TTFEdit is a GPL editor for TrueType fonts. TrueType is a standard used by modern operating systems like Mac OS X, Windows XP and Linux. There are two different TrueType specifications: from Apple (original author of this technology) and from Microsoft. Mac OS X and Windows XP use own font rendering engines, there is also FreeType library used by Linux. On these three systems the same font will generally look different. TTFEdit tries to produce TTF files compatible with all mentioned systems.
You can edit existing fonts (including these delivered with your operating system) and create fonts from templates. If you use Mac OS X then fonts are located in folders /System/Libraty/Fonts, /Library/Fonts and User's Home/Library/Fonts. If you are Windows user you can find system fonts usually at C:/WINDOWS/Fonts. Linux stores fonts in /usr/share/fonts directory. As a templates there are used original Bitstrem fonts - they are free even for commercial use provided that you do not use Bitstream trademarks in modified files.
While saving fonts TTFEdit modifies hinting instructions (these instructions tell operating system how to change font shape in different sizes, they are especially usefull in range below 12pt). As a result saved font may not have the same look as original font.
With TTFEdit you can also check all fonts within a directory if it is possible to load and save them.[TOC]
TTFEdit uses tabs for representation of each TrueType table (table is a structure of TTF file containing font data - information about character shapes, information for operating system how to display font etc.). If a table can be represented in a user-friendy way it is shown in a tab after loading the font. After selecting option "View"->"Show advanced" more tabs should appear. If you want to see all tables available in the font file you can add command-line parameter "-extview" to run this program.
The most common tabs are "cmap" (for viewing and adding some national characters), "glyf" (for editing shapes of characters) and "name" (for editing text informations inside the font).[TOC]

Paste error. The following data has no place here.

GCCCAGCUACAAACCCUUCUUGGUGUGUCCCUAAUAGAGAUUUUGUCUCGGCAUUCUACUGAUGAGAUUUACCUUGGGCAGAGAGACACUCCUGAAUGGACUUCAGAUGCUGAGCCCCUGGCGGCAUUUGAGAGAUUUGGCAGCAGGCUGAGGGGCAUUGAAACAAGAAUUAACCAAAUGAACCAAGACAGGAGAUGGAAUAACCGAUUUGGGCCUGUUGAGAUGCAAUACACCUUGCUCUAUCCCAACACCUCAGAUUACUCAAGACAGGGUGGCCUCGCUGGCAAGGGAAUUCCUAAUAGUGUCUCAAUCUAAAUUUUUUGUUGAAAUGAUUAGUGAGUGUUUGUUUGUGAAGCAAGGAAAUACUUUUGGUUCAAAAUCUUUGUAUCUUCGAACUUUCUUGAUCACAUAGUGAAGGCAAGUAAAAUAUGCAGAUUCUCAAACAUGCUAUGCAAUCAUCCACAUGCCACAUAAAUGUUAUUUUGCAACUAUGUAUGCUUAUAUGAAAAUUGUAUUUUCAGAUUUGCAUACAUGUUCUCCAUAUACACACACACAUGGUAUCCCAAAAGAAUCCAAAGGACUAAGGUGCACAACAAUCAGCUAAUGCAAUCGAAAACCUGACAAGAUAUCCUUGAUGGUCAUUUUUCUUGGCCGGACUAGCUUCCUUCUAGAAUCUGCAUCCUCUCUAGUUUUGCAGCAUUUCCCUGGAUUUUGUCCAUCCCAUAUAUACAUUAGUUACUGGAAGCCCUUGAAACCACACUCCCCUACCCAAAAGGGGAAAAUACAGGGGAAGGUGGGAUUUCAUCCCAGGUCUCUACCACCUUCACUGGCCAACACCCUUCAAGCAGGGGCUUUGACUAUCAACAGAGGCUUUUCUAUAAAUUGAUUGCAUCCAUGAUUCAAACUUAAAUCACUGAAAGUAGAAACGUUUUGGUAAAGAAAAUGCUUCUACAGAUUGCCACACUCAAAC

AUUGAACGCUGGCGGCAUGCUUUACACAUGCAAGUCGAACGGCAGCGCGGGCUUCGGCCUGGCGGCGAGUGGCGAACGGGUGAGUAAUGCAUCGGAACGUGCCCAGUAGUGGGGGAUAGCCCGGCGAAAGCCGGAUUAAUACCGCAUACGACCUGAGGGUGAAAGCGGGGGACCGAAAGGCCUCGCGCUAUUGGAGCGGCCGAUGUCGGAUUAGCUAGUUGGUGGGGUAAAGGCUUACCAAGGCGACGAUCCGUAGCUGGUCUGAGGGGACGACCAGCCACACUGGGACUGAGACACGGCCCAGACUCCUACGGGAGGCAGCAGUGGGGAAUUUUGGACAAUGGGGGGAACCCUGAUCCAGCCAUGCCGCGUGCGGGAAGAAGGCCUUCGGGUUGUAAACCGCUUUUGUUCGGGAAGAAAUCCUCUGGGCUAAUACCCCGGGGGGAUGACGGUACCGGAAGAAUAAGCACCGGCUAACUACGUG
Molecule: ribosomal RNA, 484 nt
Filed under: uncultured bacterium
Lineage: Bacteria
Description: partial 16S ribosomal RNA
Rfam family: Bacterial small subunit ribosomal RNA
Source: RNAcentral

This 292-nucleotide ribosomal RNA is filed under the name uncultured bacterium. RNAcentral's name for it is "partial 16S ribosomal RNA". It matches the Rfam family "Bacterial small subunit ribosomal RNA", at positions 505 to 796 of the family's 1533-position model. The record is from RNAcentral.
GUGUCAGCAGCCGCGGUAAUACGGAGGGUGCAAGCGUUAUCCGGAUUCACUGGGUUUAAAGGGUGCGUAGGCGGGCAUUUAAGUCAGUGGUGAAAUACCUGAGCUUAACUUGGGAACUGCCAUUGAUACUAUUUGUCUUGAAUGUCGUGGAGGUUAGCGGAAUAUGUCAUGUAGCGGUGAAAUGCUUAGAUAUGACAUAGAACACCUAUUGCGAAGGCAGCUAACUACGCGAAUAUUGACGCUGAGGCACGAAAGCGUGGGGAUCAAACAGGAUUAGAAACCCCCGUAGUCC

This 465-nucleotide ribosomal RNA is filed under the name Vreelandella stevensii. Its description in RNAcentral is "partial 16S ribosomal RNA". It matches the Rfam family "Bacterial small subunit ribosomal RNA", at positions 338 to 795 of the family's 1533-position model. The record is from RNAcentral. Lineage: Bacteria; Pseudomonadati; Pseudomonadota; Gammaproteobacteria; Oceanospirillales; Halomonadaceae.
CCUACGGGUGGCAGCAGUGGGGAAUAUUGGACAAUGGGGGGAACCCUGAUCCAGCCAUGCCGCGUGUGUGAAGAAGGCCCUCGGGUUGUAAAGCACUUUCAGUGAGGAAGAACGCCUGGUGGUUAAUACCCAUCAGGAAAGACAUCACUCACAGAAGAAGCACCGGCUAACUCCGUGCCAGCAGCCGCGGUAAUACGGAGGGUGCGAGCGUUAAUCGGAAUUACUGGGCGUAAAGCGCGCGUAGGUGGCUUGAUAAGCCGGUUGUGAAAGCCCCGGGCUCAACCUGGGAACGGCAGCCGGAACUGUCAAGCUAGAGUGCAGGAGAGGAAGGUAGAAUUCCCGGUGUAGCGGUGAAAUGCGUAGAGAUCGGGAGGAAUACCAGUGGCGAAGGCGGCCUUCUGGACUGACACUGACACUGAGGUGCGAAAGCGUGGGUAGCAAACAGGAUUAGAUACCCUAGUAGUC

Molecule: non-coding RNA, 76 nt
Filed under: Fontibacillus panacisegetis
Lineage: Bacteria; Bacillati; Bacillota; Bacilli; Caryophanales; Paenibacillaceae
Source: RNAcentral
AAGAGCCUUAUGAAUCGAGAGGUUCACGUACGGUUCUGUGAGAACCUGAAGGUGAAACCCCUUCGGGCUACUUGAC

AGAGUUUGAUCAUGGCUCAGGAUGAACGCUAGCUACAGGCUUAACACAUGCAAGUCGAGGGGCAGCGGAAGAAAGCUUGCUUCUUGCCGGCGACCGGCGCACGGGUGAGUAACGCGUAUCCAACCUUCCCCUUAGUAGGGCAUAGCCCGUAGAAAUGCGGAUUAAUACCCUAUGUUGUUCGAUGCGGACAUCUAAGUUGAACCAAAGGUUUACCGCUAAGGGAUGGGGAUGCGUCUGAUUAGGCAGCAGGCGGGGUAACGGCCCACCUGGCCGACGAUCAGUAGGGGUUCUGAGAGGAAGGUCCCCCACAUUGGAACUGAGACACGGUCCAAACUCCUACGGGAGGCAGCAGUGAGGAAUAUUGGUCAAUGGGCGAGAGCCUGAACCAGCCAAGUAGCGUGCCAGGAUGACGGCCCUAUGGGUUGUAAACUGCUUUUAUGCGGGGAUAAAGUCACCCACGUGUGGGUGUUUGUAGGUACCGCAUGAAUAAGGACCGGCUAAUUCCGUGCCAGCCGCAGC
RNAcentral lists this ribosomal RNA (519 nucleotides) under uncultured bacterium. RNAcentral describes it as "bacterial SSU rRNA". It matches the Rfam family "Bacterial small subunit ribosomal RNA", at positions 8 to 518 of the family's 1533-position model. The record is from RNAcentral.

After clicking a character (technically called a glyph) in "glyf" tab, editor window will pop up. There are two kinds of glyphs: simple (built from points) and compound (built from simple glyphs). Editing of simple and compound glyphs differs.
In the editor window you see points connected into contours. Points are labeled with scheme "[number of contour].[number of point]". Black points are beginnings/ends of lines and curvers. Grey points are so called control points and they are parts of curves.
If you move a mouse and locate it over some point of a contour,
the selected point should change color to red. You can then change location of this point.
If you press and hold Alt key, then all points which follow the selected point will also be moved.
You can add new points and delete existing.
The third button of the toolbar puts editor into mode when new points can be added to existing contours. If you want to add new point you should first select preceding point of insertion - you can do it with right-clicking of a point, its colour should change to green. Then you can click in a place where you want new point to be added. If you press and hold Ctrl key while adding new point, then it will lay on a curve, otherwise it will belong to straight line.
Next button of the toolbar allows you to put the editor into mode when new contous are being created. If you click mouse while holding Ctrl key a new point will belong to curve. If you want to add next new contour you should once again press 4th button of the toolbar with Ctrl key hold. If you want to escape to normal mode (when points can be moved) you should click 4th button of the toolbar without any keyboard key pressed.
When 5th button of the toolbar is in pressed state, then clicking on points deletes them.
In the editor window you see shapes of single glyphs inside rectangles (sides are draw with dashed lines). You can move shapes, add new ones (with pressed 3rd button of the toolbar) or delete existing (5th button). While adding a new shape you should know the id of a glyph (id is a number visible next to glyph image in "glyf" tab e.g. "0171").
You can undo last editor action with Ctrl+Z keys, for redo there is Ctrl+Y.[TOC]
Usage of source files and binaries and redistribution of this program are covered by GPL License.[TOC]